We had a number of setbacks, especially during the demo and design phases. Our kitchen isn’t large, it’s about 12×14 and has 3 doors and 2 windows. We made our island smaller at the last minute after realizing we wouldn’t be able to open the oven door without hitting our back on the island. We were worried that we couldn’t devote 48″ (we have about 40″) between the island and fridge (and that’s a walkway). However, it worked out well and we reused our existing low-profile IKEA stools. We just sprayed the silver legs oil rubbed bronze and beat up the birch seats so they look like old school seats. Installing tile on a wavy wall also proved challenging.

The materials Lucy and her husband used:
-Existing cabinets/trim and wainscoting painted in BM White Dove
-Walls painted BM Owl Gray
-Light fixture from the Brimfield Antique Fair
-Appliances are JennAir and Miele from Yale Appliance (we replaced them one at a time as each old appliance died).
-Sink is Kohler Short Apron Whitehaven from Home Depot
-Faucet is the Kohler Parq Deck Bridge Faucet (the cheapest bridge faucet I could find)
-Hardware is Restoration Hardware: aubrey knobs and pulls and gilmore cup pull all in oil rubbed bronze
-Plates and bowls in boxes are existing collection from travels
-Artwork was made with remaining burlap and an old frame
-Faux roman shades (they don’t go down) were made with $2.49 remnant fabric and tension rods
-White basic subway tile from Lowes

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  • Beautiful! And smart, too. I appreciate you sharing your purchase decisions and your ability to reuse materials. The floors are a wonderful feature.

  • We’re preparing (bracing) for our Victorian kitchen remodel too… your floors turned out beautifully! Ours are also the original random-width, but sadly not salvageable… you did a great job, working with what you had and updating to such a clean look. Congrats on being done!

  • Don’t you LOVE your soapstone? We are so happy that we chose it for our Victorian kitchen! Great job on this design!

  • Gotta love the Dad doing a major kitchen redo during a paternity leave, seems like an oxymoron. Beautiful though

  • I don’t know much about kitchen sink parts, but I can’t for the life of me see any of the old sink in the new sink, so bravo! I would never have guessed this was a budget makeover, it looks fantastic! My husband and I plan to renovate our kitchen someday soon and fancy ourselves pretty good DIYers, and I hope our makeover turns out half as nice as yours!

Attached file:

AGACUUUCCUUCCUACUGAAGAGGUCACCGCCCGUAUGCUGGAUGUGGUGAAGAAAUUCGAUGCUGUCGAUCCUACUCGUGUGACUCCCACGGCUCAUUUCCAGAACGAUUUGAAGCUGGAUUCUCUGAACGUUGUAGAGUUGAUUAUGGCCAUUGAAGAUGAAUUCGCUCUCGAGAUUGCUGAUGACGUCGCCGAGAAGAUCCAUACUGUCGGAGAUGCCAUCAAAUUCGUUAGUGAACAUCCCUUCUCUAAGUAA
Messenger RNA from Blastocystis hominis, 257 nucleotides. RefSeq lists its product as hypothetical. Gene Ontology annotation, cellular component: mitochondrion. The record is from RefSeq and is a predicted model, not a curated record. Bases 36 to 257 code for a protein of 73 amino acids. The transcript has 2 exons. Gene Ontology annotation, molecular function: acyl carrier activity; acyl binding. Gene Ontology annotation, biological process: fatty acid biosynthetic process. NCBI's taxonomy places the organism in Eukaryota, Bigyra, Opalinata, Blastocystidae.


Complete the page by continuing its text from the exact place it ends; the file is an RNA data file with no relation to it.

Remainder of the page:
• such a gigantic improvement. i love the dark soapstone against the white cabinets, such a beautiful contrast. and everything was updated with such care. love this.

  • Thank you everyone for your kind comments everyone! To answer a few questions, the sink is brand new Kate so you didn’t miss anything–we simply repurposed the sink base. Typically with a farmhouse sink you need a new base that is specific to the sink having a tall apron front. Here we located a short apron front sink and cut into our existing sink cabinet and added supports to hold the monster! Good luck with your renovation! Tagati, a toddler latch board is basically a piece of wood with everything toddlers love to play with (door handles, little windows that open and shut, eye hooks, buzzers)–it keeps her entertained while we cook. Also, I should have said that my husband did the reno during our daughter’s naps and on weekends (though they did make a lot of home depot trips during awake periods). We had to get creative and were lucky that our upstairs’ neighbors would let us put her down for naps in their apartment (where the monitor reached) so he could do some noisy construction and not wake her!

  • wow. i’m really impressed and inspired by this! my husband and i hope to renovate our own kitchen soon and it’s nice to read stories like this. the result is really lovely and feels very homey… like a place you would want to visit and hang out. i hope you enjoy it!

  • What a phenomenal job – kudos to your husband! He must be the most patient, even-tempered guy – so many roadblocks, design challenges overcome so beautifully.

  • That is a wonderful accomplishment! I would be thrilled to have a kitchen like yours. You two look to be pretty experienced rehabbers? Well done.

  • Tagati – If you’re on pinterest I recommend searching for what they call ‘busy boards’ for some great inspiration to make your own latch board. They look really fun for toddlers and keep their little hands busy.